The Business of Being Social through Social Media
The New Year is finally here and many of us are focused on being the best we can be in 2013, both personally and professionally. As such, my next few blogs will focus on some key things business owners, executives and ‘worker bees’ alike should consider doing to maximize their ‘work power’ over the next twelve months.
This blog discusses the importance of taking advantage of current social media networks to secure your long-term viability in our competitive marketplace and social communities. Let’s face it, whether you like it or not, there is little doubt that social media in its various forms, such as Facebook, Twitter, LinkedIn, Tumblr and Instagram, just to name a few, will play a significant role in maximizing your ‘work power’ looking forward.
Many of us, me included, may want to rage against the machine of social media because we don’t get it, don’t have time for it or just don’t want to succumb to the trends of the masses, but deep down we sense that we do so at the risk of missing out on major opportunities for growth and success.
Maggie Ness, cofounder/chief creative officer, Social Media Makers, a Chicago-based boutique firm that specializes in social media and digital content, regards swimming in the mainstream social media pool as mission-critical to maximizing your ‘work power’ in 2013. She says, “Building a positive personal brand via social networking sites is just as important as your reputation ‘off-line.’ Approaching your on-line profiles as a virtual resume helps create an interesting and exciting extension of you in today’s digital world.”
With so many different mediums to communicate and connect, Ms. Ness believes the keys to successfully navigating the vast and oversaturated social media landscape, be it for your business or personal brand, are “Start small, stay smart and have fun — within reason. Don’t post anything you wouldn’t e-mail your boss!” For businesses and professionals that want to be social media-savvy and viewed as thought leaders in their industry, Ms. Ness says the trend is to provide “Interesting and fresh content that’s accurate. It’s all about keeping your followers engaged, enlightened and entertained.”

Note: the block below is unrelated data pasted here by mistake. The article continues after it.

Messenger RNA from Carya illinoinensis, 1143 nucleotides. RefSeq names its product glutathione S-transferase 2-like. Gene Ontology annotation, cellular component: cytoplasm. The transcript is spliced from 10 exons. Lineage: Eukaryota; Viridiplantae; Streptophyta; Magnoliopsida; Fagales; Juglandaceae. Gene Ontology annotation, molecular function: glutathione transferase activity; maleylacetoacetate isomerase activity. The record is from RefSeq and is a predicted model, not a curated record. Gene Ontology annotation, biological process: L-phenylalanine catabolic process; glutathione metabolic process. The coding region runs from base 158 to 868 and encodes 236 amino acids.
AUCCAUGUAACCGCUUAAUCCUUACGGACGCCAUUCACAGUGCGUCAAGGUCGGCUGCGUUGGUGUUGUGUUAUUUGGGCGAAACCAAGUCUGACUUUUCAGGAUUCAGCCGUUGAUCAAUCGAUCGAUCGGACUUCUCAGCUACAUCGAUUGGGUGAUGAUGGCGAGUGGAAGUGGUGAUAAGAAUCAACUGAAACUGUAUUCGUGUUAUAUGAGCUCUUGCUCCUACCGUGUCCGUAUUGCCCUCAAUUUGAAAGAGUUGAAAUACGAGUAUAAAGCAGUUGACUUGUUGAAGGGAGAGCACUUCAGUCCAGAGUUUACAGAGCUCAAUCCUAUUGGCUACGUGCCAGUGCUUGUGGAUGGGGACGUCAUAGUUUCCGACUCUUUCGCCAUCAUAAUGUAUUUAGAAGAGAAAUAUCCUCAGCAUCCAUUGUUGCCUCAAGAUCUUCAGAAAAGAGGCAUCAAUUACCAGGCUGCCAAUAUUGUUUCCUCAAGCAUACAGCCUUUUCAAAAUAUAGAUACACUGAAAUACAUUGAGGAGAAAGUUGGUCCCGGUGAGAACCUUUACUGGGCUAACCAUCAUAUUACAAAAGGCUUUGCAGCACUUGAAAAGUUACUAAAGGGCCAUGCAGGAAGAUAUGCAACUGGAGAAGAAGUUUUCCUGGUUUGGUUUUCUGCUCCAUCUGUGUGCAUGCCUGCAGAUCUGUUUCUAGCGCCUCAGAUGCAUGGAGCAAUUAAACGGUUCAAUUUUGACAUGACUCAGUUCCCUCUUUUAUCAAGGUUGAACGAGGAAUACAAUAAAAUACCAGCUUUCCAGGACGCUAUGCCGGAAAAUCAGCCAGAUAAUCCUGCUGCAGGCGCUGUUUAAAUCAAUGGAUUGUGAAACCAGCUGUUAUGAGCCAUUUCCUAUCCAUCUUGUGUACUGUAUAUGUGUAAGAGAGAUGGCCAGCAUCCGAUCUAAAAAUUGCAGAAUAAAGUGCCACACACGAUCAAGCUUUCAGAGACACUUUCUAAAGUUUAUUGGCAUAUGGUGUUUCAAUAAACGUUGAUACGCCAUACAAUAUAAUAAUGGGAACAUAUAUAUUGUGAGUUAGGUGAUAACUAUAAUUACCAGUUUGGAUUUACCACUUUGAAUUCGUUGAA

Of course, there are countervailing challenges and potential pitfalls to playing in the social media space. The most obvious risk for individuals is that you can rarely take back what you put out there, or more problematic (because you have less or no control), what others put out there about you. For businesses, several states including Illinois, Michigan and California have passed laws prohibiting employers from asking applicants and employees for their social media passwords, even in connection with an employer’s investigation into on-line harassment and other improper internet activities. In my employment law practice area, I see a growing number of lawsuits and claims against businesses in Chicago and elsewhere asserting that firing or disciplining employees for ranting or making unflattering comments about the employer on social media outlets violates employees’ rights to engage in activities that are protected under various laws.
In spite of the risks associated with social media, the bottom line however, according to Ms. Ness, is that social media is integral to leveraging better business and personal relationships. Simply put, if you’re not logged in today, you’re not part of tomorrow’s conversation.
Disclaimer: The views expressed in this article are the personal opinions of the author and should not be considered or interpreted as legal advice, nor is it intended to create a lawyer-client relationship. You should not act upon this information without seeking professional legal counsel.